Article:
Volume 11 Supplement 1

Beyond the Genome: The true gene count, human evolution and disease genomics

Open Access

Development and evaluation of RNA-seq methods

  • Joshua Levin1,
  • Xian Adiconis1,
  • Moran Yassour1, 2,
  • Dawn Thompson1,
  • Mitchell Guttman1,
  • Michael Berger1,
  • Lin Fan1,
  • Nir Friedman2,
  • Chad Nusbaum1,
  • Andreas Gnirke1 and
  • Aviv Regev1
Genome Biology201011(Suppl 1):P26

https://doi.org/10.1186/gb-2010-11-s1-p26

Published: 11 October 2010

RNA-seq provides insights at multiple levels into the transcription of the genome as it yields sequence, splicing and expression-level information. We have been developing and comparing a wide range of RNA-seq methods for their ability to annotate transcribed genomic regions, identify differences between normal and cancer states, and quantify mRNA expression levels. We will present results in two areas: (i) strand-specific RNA-seq; and (ii) RNA-seq starting from total RNA.

Strand-specific RNA-seq is a powerful tool for novel transcript discovery and genome annotation because it enables the identification of the strand of origin for non-coding RNA and anti-sense RNA, as well as defining the ends of adjacent or overlapping transcripts transcribed in different directions. Using the well-annotated Saccharomyces cerevisiae transcriptome as a benchmark, we directly compared seven library construction protocols, including both published and our own novel methods. We found marked differences in strand-specificity, library complexity, evenness and continuity of coverage, agreement with known annotations, and accuracy for expression profiling. Weighing the performance and ease of conducting each method, we identified the dUTP second strand marking [1] and the Illumina RNA ligation methods as the leading protocols, with the former benefitting from the current availability of paired-end sequencing. Our analysis provides a comprehensive benchmark, and our computational pipeline is applicable for assessment of future protocols in other organisms.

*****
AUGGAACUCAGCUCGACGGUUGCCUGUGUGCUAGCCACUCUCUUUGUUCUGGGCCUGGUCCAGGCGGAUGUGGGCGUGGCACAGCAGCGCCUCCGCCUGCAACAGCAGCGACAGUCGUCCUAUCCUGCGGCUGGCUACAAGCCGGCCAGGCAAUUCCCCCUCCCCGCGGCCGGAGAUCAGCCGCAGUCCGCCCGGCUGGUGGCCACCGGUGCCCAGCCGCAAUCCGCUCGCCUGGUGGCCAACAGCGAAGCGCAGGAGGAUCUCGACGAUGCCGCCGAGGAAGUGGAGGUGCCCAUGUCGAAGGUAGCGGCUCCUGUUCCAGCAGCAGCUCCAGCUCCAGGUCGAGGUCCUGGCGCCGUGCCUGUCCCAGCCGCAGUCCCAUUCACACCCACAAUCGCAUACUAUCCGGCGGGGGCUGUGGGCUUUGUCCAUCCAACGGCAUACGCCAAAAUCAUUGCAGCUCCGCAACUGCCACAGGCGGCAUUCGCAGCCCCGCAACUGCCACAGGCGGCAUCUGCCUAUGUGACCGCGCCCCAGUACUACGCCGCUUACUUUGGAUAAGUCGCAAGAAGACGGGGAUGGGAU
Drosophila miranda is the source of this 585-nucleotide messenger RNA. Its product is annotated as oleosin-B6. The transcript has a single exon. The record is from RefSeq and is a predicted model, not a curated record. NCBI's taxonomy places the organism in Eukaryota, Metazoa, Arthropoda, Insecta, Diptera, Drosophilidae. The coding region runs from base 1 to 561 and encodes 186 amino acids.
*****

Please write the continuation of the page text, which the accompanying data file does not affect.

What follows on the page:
RNA-seq methods that do not require the purification of mRNA will be valuable for several applications, including samples with low input amounts and/or partial degradation. In these experiments, it is necessary to reduce the fraction of sequencing reads derived from ribosomal RNA. We will present results from multiple approaches, including the use of Not-So-Random (NSR) primers for reverse transcription [2] and the NuGEN Ovation RNA-Seq kit.

Authors’ Affiliations

(1)
Broad Institute of M.I.T. & Harvard
(2)
School of Computer Science & Engineering, Hebrew University

References

  1. Parkhomchuk D, et al: Transcriptome analysis by strand-specific sequencing of complementary DNA. Nucleic Acids Res. 2009, 37: e123-10.1093/nar/gkp596.PubMedPubMed CentralView ArticleGoogle Scholar
  2. Armour CD, et al: Digital transcriptome profiling using selective hexamer priming for cDNA synthesis. Nat Methods. 2009, 6: 647-649. 10.1038/nmeth.1360.PubMedView ArticleGoogle Scholar

Copyright

© Levin et al; licensee BioMed Central Ltd. 2010

This article is published under license to BioMed Central Ltd.

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